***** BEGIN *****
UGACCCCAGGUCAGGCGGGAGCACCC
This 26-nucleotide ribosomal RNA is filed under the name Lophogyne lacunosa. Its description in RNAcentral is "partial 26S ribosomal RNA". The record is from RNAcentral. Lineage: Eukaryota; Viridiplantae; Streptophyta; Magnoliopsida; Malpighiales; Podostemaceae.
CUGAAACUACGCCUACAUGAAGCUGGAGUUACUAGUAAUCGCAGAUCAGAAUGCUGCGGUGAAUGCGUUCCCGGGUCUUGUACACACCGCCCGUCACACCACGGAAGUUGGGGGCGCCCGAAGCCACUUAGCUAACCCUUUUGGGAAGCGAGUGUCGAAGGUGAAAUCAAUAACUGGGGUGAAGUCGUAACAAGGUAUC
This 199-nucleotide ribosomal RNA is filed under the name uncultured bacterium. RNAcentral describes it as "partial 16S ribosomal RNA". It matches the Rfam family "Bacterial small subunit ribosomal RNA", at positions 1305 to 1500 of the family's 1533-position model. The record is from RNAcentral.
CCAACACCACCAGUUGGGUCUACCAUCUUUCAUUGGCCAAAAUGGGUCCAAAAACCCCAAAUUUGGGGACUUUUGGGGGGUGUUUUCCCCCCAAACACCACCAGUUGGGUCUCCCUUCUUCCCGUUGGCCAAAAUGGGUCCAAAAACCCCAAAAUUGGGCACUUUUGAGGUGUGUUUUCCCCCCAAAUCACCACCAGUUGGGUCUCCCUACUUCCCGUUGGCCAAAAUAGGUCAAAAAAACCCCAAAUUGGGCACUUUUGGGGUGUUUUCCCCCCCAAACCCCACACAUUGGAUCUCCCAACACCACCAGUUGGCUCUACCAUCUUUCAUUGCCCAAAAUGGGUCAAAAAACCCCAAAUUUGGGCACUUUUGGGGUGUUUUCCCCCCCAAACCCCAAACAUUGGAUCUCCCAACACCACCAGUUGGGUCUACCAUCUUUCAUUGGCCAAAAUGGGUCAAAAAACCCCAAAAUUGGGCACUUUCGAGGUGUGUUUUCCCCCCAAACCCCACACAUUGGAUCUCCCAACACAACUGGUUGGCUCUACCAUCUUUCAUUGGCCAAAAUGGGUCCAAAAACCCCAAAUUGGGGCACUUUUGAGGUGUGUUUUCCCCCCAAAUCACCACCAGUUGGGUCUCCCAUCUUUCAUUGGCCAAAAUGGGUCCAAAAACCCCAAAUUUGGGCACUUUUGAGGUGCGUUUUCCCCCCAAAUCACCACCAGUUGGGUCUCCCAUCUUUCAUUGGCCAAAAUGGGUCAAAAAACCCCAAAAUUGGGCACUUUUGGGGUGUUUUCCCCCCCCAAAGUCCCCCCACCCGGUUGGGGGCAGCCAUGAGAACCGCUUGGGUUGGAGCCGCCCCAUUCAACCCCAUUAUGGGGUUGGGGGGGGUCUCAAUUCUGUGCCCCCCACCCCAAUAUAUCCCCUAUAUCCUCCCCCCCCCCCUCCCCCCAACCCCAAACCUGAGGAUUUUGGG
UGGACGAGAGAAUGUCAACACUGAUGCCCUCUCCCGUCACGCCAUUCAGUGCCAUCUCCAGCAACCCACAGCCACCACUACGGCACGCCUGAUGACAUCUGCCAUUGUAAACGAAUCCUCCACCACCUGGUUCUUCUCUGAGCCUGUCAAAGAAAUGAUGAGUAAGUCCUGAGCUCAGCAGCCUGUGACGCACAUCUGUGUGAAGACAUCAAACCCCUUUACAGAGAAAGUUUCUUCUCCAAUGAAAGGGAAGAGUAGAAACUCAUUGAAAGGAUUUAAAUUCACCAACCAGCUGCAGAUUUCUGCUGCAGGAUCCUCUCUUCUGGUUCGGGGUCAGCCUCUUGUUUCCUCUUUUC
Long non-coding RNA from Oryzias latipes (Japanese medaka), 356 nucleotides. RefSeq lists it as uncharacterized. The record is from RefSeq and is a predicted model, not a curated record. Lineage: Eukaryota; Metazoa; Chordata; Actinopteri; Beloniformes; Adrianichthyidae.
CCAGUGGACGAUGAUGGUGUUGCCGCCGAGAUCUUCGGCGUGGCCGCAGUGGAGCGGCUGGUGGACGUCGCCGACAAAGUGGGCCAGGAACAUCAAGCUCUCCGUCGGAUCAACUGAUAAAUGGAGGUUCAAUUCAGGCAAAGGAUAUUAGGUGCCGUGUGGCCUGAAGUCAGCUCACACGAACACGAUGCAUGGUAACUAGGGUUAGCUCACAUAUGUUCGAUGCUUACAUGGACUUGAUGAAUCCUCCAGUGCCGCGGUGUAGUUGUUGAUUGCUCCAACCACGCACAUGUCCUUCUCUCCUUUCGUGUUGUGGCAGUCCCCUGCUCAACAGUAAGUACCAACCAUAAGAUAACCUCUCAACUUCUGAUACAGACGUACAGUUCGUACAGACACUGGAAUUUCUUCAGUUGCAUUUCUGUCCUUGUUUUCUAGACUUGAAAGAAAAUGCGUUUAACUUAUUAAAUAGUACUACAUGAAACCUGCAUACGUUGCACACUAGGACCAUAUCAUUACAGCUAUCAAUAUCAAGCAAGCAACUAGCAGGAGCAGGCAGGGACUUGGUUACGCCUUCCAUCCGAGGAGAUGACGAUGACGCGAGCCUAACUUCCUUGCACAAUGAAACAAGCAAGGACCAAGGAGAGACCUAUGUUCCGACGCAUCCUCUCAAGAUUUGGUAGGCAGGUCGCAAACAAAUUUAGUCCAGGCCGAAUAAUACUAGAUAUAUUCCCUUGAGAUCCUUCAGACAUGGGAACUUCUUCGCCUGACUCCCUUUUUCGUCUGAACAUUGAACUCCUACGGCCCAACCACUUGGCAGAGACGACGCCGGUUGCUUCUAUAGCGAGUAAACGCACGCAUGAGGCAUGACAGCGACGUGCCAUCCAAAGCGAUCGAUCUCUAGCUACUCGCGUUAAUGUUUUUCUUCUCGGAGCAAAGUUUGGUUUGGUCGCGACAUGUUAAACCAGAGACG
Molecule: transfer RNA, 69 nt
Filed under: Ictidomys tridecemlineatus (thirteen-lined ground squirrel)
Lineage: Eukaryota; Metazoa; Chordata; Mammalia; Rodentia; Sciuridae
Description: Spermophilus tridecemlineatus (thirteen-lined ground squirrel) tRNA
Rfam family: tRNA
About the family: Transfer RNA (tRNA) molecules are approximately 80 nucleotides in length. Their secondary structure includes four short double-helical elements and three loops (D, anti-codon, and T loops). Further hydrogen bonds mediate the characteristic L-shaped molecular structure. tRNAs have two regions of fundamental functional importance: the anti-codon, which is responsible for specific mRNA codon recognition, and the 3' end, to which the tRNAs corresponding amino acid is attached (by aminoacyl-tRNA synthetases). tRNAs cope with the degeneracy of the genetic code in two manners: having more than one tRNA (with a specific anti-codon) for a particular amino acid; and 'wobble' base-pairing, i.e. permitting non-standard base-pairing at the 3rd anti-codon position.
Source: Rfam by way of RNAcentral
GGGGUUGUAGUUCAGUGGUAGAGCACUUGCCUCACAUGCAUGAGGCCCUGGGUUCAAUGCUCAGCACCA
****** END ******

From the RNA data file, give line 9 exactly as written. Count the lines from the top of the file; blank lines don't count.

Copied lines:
Molecule: transfer RNA, 69 nt